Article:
Indexed on: 19 Oct '17Published on: 19 Oct '17Published in: BMJ open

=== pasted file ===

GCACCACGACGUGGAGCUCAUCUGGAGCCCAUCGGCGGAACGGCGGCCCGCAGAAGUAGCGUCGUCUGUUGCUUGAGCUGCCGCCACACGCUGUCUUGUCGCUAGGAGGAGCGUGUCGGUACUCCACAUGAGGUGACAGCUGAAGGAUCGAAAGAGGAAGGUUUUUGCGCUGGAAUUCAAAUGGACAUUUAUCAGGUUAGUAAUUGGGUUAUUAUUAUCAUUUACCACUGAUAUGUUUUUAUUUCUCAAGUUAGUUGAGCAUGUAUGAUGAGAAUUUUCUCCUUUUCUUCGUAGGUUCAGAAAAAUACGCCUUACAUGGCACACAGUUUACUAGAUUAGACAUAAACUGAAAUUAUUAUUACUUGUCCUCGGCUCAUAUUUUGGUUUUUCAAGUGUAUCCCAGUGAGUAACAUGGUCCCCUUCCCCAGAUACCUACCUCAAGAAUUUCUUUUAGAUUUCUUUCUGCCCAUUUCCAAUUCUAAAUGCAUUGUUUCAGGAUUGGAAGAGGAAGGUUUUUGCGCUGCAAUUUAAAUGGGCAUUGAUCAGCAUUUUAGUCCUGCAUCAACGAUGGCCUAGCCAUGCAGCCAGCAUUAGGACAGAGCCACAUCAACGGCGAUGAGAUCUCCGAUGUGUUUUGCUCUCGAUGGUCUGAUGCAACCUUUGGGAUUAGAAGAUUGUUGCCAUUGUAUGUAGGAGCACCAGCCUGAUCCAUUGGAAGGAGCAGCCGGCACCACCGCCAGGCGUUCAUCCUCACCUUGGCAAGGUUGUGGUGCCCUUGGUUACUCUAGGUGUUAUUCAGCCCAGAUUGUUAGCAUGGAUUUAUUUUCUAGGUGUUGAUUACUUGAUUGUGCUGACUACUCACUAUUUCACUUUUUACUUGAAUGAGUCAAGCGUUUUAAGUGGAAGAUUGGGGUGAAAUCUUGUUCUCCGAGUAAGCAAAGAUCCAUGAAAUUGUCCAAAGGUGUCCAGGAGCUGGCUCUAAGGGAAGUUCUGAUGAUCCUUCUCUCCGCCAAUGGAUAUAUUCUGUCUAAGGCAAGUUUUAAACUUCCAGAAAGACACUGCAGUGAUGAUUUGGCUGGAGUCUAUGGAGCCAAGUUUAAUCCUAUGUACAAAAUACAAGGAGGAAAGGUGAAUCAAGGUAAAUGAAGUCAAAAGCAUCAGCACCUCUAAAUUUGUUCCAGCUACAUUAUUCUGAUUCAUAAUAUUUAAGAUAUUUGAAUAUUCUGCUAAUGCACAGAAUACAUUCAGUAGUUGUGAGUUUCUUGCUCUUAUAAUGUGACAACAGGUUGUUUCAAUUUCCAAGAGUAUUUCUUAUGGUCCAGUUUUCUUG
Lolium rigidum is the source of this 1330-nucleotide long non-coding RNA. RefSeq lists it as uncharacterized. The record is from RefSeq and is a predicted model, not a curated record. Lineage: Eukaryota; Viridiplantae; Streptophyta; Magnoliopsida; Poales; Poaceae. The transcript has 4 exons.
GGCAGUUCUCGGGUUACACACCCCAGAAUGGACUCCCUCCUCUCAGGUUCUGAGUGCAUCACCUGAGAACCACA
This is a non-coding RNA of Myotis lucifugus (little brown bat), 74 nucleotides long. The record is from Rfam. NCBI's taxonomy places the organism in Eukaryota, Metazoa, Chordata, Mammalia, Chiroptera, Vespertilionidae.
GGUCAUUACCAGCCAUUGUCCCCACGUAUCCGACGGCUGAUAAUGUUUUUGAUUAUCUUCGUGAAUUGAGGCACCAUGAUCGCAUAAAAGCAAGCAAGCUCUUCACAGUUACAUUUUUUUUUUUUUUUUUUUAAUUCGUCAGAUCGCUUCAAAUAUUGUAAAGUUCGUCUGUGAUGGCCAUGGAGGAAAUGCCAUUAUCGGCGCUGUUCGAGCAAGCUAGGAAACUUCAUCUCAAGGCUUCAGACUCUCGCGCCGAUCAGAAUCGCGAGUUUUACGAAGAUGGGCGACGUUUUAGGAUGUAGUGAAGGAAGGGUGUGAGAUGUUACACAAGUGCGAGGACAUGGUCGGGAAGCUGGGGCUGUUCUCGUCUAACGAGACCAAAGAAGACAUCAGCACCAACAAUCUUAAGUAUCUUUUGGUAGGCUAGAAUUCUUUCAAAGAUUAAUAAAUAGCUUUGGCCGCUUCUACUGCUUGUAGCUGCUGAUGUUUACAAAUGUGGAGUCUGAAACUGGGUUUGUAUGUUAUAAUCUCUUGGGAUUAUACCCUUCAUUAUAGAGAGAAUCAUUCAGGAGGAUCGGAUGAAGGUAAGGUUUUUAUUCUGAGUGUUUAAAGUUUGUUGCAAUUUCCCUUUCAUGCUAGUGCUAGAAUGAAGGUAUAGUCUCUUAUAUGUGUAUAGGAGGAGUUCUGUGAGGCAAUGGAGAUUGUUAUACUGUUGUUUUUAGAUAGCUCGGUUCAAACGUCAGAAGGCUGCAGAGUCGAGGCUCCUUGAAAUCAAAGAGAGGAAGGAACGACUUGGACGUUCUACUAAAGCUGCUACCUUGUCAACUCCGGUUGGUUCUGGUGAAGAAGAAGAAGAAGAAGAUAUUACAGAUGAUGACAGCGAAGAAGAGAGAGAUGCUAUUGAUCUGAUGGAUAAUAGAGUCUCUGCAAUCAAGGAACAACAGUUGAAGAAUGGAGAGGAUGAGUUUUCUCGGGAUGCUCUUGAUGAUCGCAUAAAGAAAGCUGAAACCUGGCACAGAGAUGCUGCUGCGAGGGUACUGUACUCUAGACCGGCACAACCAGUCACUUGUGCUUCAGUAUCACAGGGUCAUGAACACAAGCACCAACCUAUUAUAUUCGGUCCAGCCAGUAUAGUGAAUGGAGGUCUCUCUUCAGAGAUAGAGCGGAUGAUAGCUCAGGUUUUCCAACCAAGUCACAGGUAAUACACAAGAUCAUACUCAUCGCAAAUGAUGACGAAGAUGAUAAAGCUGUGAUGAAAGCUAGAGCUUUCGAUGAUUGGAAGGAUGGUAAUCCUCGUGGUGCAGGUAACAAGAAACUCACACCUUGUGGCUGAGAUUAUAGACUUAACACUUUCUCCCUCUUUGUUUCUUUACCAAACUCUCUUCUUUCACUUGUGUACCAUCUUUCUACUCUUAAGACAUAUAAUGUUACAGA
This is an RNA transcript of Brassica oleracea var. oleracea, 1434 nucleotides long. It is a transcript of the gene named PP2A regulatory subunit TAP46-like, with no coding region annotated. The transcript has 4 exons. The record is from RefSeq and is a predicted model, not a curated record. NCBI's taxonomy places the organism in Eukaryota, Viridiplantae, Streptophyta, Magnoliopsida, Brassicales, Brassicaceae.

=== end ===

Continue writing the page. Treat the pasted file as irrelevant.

To determine the prevalence of potentially inappropriate prescribing (PIP) in a cohort of community-dwelling middle-aged people and assess the relationship between PIP and emergency department (ED) visits, general practitioner (GP) visits and quality of life (QoL).Prospective cohort study.The Irish Longitudinal Study on Ageing (TILDA), a nationally representative cohort study of ageing.Individuals aged 45-64 years recruited to TILDA who were eligible for the means-tested General Medical Services scheme and followed up after 2 years.PIP was determined in the 12 months preceding baseline and follow-up TILDA data collection by applying the PRescribing Optimally in Middle-aged People's Treatments (PROMPT) criteria to participants' medication dispensing data.At follow-up, the reported rates of ED and GP visits over 12 months (primary outcome) and the CASP-R12 (Control Autonomy Self-realisation Pleasure) measure of QoL (secondary outcome).Multivariate negative binomial (rates) and linear regression (CASP-R12) models controlling for potential confounders.At 2-year follow-up (n=808), PIP was detected in 42.9% by the PROMPT criteria. An ED visit was reported by 18.7% and 94.4% visited a GP (median 4 visits, IQR 2-6). Exposure to ≥2 PROMPT criteria was associated with higher rates of healthcare utilisation and lower QoL in unadjusted regression. However, in multivariate analysis, the associations between PIP and rates of ED visits (adjusted incidence rate ratio (IRR) 0.92, 95% CI 0.53 to 1.58), and GP visits (IRR 1.06, 95% CI 0.87 to 1.28), and CASP-R12 score (adjusted β coefficient 0.35, 95% CI -0.93 to 1.64) were not statistically significant. Numbers of medicines and comorbidities were associated with higher healthcare utilisation.Although PIP was prevalent in this study population, there was no evidence of a relationship with ED and GP visits and QoL. Further research should evaluate whether the PROMPT criteria are related to these and other adverse outcomes in the general middle-aged population.